There’s even a movement dedicated to Threadgill’s old band, “The Rare Air Songs in Sonic Forms and Metrical Folding: Henry Threadgill, Steve McCall and Fred Hopkins”. It must be quite odd playing a song, composed by someone else, that’s about you in a roundabout way. DeJohnette gets named-dropped in the same symphony with a movement named “Jack DeJohnette: A Special Edition, New Directions and the Sonic Rhythm Units”. If you are only slightly aware of the Association for the Advancement of Creative Musicians (AACM), then you’ll recognize the names tucked away in the titles “Pastoral: Joseph Jarman, As If It Were the Season of Seasons; Sherry Scott, Voice; Thurman Baker, Charles Clark and Christopher Gaddy”, “Muhal Richard Abrams: Levels of Degrees and Light Spectrums; A New Culture: The Association for the Advancement of Creative Musicians”, “Joyful, Sound and the Numbers; People: The Art Ensemble of Chicago”, “For Alto; In the Orchestra: N-M488; Anthony Braxton: Operas”, and “Leroy Jenkins Mixed Quintet Sonics: Dance Opera”. Smith even gives himself a well-earned victory lap with “Scented Yellow and Red Chrysanthemums; Wadada Leo Smith: The Bell in Silence Resonant and Ten Freedom Summers”. If I spent 35 years writing a four-and-a-half-hour album that almost won the Pulitzer, I would too.
The “Sapphire” symphony stands apart from the rest for two reasons. One is the reason I’ve already mentioned that Jonathan Haffner stands in for Threadgill. The other is that the thematic element is quite different. Focusing on two noteworthy presidents to come out of Illinois, this symphony is the only one to carry a subtitle, “The Presidents and Their Vision for America”. Both Lincoln’s Gettysburg Address and Obama’s speech commemorating the 50th anniversary of the Selma to Montgomery marches are printed in full in The Chicago Symphonies’ thick booklet, the latter greatly dwarfing the former in terms of ink. Since the music has wandered away from the joys of AACM’s formative days and into thorny politics, Smith’s compositions become moodier. After all, the Gettysburg Address was delivered during a profoundly bloody war, and Lincoln’s administration did end in him being assassinated.
Smith uses the third movement to make a 140-plus year leap into the future by tying the two Illinois presidents together. Obama’s speech at the Edmund Pettus Bridge brought home the notion that the struggles of the civil rights era aren’t as far behind us as we’d like to think. John Lewis, a civil rights organizer who was badly beaten by police in the march, remained a target of harassment from the previous presidential administration until his dying day. Having said all that, the piece celebrating Obama’s speech is appropriately bluesy.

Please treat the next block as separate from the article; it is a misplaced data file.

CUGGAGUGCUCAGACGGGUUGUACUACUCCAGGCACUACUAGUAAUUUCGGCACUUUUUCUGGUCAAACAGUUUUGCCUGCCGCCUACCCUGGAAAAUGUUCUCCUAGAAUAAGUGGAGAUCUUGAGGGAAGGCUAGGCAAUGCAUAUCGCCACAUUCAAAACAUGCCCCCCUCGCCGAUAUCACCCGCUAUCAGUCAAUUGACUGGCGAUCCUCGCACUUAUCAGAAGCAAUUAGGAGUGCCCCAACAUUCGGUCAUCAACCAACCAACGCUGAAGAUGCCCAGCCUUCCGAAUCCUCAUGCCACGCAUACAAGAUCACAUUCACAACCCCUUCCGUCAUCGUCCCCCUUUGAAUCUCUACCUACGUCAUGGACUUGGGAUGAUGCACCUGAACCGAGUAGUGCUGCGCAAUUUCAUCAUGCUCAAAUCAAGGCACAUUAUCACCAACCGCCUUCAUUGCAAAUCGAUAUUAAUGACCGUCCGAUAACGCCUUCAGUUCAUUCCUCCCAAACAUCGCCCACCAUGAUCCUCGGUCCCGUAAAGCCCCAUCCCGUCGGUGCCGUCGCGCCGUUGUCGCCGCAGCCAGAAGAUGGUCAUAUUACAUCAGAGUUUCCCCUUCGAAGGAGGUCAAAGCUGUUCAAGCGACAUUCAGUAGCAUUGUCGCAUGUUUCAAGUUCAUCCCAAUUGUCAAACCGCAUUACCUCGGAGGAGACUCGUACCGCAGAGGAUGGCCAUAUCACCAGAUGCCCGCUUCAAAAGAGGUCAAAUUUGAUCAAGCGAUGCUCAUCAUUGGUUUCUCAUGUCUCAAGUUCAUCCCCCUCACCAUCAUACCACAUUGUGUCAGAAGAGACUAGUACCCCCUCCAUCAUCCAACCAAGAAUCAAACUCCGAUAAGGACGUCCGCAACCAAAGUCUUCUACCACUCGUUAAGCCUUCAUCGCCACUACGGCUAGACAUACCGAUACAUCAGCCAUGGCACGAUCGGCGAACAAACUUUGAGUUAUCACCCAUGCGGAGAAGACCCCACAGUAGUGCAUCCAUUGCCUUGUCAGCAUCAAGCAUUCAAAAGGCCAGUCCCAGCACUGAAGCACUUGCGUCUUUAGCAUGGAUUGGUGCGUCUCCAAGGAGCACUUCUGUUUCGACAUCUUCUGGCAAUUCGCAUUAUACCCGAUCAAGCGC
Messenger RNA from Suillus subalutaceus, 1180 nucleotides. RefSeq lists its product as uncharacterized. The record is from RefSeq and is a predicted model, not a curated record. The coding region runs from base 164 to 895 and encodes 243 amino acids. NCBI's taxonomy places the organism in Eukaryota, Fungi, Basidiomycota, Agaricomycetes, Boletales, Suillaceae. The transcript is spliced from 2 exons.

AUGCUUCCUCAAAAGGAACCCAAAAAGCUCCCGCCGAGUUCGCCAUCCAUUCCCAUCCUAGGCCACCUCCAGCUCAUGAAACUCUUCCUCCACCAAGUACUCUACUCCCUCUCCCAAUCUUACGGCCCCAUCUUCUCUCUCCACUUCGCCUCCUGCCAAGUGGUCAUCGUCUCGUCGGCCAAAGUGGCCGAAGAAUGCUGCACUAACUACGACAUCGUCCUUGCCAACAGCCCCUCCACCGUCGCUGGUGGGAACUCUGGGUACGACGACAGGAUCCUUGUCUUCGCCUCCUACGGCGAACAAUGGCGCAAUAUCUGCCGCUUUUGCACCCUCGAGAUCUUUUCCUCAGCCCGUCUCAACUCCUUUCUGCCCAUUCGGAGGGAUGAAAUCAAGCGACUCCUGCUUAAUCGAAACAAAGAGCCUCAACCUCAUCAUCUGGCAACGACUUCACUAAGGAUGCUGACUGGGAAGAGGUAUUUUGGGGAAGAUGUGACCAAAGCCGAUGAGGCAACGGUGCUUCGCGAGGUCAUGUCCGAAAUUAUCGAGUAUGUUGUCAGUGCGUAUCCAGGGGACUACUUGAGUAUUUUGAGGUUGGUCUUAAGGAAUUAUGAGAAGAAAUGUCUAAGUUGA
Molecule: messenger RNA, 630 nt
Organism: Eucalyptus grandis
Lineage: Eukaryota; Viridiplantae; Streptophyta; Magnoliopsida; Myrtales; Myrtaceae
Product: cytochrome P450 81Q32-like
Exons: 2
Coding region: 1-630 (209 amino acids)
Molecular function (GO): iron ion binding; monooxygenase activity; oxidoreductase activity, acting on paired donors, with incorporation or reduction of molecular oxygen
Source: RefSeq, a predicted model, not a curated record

The music of the first three preceding symphonies carries a slightly different flavor. It could be all of that good old Chicago reminiscing, or it could be Threadgill’s contributions. Henry Threadgill is the kind of musician who can give himself away just by playing two notes on the saxophone, even if he’s playing someone else’s music. That choppy staccato couldn’t be anyone else. Threadgill and DeJohnette enjoyed a reunion some years ago on the Made in Chicago, a live album recorded at Millennium Park with Muhal Richard Abrams, Roscoe Mitchell, and Larry Gray. For the “Gold, Diamond”, and “Pearl” symphonies, Smith strikes up noise with his Chicago compatriots that are joyful and telepathic. At age 62, Lindberg is the spring chicken here, but his long list of credentials hardly make that an issue. At times, especially in the Lincoln movements, he can be called on to provide the underlying rhythmic themes. The movement that acknowledges the Art Ensemble of Chicago (Mitchell’s band) gives him an ominous three-note vamp while everyone else solos away happily.
Releasing two ambitious works in mid-November means that many music writers won’t get a chance to process Smith’s two latest albums in time for a year-end wrap. After spending more than 50 years being a working musician, the trumpeter/composer is probably already aware of that risk, and likely does not care too much. Just as Ten Freedom Summers made an enormous critical splash despite not being awarded the Pulitzer, the music of A Love Sonnet for Billie Holiday and The Chicago Symphonies speaks for itself — and it speaks volumes. Every drum stroke, every breath blown, and every painting that graces the inside of the booklets carries multitudes. And for being a pair of documents that are geared to ponder history, they are both quite forward-thinking.